Since the introduction of solar feed-in tariffs, feed-in tariffs (FiT) programs have become more popular than ever, with residents looking to take advantage of every solar panel they can. Many people are now trying to find the best solar feed in tariff QLD to receive valuable customer credits. So here’s some information on how you can save from a solar feed-in tariff program.
What are Solar Feed-In Tariffs?
Solar feed-in tariffs are essentially fixed prices paid for renewable energy producers for each unit sent back to the grid. In Australia, organisations like Red Energy offer the best one in QLD.
They vary for every state, as each has its own rules and regulations. However, Queensland is an excellent place to start as it is one of the first states to introduce a FiT program which other states have since adopted.
This article explains how solar feed-in tariffs work for Queensland residents and then moves on to the benefits of using a program like this to save money.
How Do Solar Feed-In Tariffs Work in Queensland – An Example Using This Program
The best way to explain solar feed-in tariffs is with an example.
Suppose a Queensland resident has solar panels and a battery storage system installed in their house, the resident uses an app to monitor his usage and check how much electricity the system sends to the grid.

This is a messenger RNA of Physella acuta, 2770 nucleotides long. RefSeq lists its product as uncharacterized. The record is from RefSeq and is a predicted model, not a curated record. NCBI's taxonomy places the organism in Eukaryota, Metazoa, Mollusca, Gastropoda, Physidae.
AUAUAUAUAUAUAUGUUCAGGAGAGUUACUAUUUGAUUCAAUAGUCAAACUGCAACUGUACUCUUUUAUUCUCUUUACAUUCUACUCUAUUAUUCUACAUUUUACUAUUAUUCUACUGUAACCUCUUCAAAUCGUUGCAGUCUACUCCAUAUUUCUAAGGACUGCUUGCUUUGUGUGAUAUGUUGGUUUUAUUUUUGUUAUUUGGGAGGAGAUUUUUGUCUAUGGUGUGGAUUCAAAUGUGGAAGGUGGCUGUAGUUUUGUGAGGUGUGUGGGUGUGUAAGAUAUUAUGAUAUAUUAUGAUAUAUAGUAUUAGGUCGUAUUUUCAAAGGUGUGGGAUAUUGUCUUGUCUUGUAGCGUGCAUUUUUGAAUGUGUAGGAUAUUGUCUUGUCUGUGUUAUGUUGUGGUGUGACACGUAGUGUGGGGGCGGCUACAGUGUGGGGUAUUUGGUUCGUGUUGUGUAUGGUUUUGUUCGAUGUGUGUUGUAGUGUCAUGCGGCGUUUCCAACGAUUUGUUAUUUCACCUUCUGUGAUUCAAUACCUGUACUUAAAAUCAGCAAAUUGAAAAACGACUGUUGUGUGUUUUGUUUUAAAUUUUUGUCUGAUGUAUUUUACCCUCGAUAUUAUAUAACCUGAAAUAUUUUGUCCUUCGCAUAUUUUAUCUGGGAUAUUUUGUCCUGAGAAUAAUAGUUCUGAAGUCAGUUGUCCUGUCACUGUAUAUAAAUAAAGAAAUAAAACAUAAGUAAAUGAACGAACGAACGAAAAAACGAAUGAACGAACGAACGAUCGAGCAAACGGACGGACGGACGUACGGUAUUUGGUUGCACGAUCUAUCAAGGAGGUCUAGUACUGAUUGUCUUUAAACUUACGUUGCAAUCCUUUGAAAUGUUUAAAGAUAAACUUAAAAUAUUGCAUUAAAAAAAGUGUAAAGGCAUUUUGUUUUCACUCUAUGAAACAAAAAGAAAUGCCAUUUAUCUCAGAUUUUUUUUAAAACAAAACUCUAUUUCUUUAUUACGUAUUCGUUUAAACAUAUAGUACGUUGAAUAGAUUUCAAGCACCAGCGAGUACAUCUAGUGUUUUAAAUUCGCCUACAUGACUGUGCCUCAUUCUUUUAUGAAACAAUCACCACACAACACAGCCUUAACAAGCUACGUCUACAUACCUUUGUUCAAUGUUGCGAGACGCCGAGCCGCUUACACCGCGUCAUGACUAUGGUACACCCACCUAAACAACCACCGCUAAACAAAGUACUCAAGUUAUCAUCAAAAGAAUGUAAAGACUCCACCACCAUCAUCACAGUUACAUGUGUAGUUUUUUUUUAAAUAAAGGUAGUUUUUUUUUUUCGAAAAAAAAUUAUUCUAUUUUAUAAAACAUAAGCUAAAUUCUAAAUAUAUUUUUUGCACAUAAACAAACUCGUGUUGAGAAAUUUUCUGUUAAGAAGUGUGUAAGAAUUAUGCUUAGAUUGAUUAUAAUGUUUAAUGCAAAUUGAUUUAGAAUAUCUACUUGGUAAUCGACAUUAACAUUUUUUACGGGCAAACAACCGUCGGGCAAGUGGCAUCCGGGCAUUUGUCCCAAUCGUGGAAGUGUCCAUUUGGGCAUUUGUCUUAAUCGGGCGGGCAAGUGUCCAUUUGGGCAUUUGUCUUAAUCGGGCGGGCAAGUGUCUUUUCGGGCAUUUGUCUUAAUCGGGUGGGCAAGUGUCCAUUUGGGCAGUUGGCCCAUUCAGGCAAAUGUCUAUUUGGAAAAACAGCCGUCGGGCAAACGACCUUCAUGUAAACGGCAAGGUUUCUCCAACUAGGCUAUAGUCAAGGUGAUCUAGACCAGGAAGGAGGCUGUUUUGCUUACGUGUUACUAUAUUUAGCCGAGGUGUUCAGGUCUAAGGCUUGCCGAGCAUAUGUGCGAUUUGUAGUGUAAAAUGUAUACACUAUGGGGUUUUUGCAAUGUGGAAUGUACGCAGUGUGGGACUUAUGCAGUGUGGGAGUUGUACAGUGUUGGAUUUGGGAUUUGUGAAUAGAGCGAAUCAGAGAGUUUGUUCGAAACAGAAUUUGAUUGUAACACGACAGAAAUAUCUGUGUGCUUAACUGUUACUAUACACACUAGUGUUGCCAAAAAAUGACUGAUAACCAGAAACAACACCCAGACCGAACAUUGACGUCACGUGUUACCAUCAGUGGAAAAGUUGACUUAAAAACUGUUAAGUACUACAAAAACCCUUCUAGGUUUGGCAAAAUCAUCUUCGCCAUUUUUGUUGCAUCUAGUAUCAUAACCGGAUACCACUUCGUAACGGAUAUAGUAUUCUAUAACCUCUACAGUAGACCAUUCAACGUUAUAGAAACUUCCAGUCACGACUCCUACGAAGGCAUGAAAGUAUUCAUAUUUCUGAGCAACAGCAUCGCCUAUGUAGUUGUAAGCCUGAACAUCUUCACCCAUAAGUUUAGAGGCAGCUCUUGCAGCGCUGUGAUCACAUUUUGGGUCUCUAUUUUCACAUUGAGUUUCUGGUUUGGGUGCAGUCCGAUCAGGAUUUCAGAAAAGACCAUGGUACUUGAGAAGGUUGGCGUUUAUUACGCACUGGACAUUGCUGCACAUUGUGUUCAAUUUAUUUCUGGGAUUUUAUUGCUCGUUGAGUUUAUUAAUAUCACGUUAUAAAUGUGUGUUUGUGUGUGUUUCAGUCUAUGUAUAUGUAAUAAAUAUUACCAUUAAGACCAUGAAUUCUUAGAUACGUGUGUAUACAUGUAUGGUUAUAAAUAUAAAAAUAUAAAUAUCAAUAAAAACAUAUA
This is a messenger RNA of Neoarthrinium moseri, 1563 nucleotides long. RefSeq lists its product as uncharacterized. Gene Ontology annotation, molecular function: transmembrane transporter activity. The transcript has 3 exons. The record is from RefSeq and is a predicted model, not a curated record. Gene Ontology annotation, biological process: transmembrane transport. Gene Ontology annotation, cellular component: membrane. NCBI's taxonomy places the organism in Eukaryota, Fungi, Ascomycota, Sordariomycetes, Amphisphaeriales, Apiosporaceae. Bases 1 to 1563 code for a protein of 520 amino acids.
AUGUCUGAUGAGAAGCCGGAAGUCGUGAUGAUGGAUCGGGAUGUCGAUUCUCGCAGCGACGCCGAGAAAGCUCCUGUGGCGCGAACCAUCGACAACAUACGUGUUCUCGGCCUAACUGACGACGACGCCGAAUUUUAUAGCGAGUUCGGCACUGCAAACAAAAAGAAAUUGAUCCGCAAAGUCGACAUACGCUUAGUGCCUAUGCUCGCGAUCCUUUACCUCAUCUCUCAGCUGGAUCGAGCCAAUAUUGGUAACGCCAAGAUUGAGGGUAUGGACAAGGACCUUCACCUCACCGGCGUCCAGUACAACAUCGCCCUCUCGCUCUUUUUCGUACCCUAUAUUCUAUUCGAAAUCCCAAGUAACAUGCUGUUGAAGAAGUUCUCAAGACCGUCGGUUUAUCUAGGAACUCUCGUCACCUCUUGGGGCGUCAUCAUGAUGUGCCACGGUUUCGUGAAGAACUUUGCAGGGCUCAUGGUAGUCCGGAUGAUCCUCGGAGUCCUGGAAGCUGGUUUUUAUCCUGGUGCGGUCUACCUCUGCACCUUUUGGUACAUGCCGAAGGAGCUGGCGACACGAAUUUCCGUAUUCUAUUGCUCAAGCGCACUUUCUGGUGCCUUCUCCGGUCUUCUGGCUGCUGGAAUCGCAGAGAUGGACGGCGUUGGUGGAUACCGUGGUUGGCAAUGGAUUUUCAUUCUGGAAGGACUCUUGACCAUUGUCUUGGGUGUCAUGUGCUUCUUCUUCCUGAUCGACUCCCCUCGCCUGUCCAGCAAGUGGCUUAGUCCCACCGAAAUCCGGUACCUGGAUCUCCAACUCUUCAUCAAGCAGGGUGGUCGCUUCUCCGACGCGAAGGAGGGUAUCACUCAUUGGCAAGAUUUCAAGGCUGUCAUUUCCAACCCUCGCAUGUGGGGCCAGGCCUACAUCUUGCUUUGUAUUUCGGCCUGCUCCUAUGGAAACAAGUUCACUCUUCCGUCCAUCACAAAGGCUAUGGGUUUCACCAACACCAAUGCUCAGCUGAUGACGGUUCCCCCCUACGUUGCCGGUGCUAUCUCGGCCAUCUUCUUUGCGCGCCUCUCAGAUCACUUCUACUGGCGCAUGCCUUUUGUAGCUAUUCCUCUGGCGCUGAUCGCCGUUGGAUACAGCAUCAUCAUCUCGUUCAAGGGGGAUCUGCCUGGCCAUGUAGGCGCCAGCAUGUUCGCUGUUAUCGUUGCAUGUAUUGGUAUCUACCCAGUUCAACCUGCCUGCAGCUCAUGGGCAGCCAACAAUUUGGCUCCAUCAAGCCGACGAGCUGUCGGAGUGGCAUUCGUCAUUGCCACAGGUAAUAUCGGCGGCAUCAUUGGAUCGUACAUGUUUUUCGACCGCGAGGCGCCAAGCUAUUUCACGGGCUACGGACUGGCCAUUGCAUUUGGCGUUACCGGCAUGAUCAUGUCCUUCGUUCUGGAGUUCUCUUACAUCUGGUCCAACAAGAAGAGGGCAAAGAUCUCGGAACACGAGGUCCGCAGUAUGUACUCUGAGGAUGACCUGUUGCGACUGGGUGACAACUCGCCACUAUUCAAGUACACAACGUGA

Additionally, this customer also watches the energy price for this period, which happens to be $0.25 per kWh for electricity used.
Benefits of Solar Feed-In Tariffs
A Queensland resident can use their system to send excess electricity to the grid or store it in the battery storage system.
That way, when the person is home and using energy, the solar panels charge up the battery storage system – powering the home and reducing what the resident buys from the grid.
So for this month, the person in the example has generated 1450 kWh of electricity, of which they sent 1300 to the grid and used 150 kWh of electricity from the grid. How much money did this person save?
Every kWh sent to the grid at peak times receives $0.60 per kWh. So for the 1350 kWh sent to the grid, the person receives $895. For the 340 kWh electricity used from the grid, it should cost $119 at peak time.
However, since the person had already sent 1350 kWh to the grid, they only had to pay for the remaining amount, which was 100 kWh. So for 100 kWh of electricity used at peak time is $25.
In total, the bill to energy retailers was $1020, not including the cost of purchasing solar panels and battery storage systems, which would have been significantly more.
If we take away the two months of electricity without solar panels on the house, the total bill would have been $1420.
If you’re wondering how solar feed-in tariffs work and how much money people save, this is an example that shows you the potential savings. It’s not a guaranteed amount as every house has different electricity usage and prices, but it does give a good idea of what can be expected.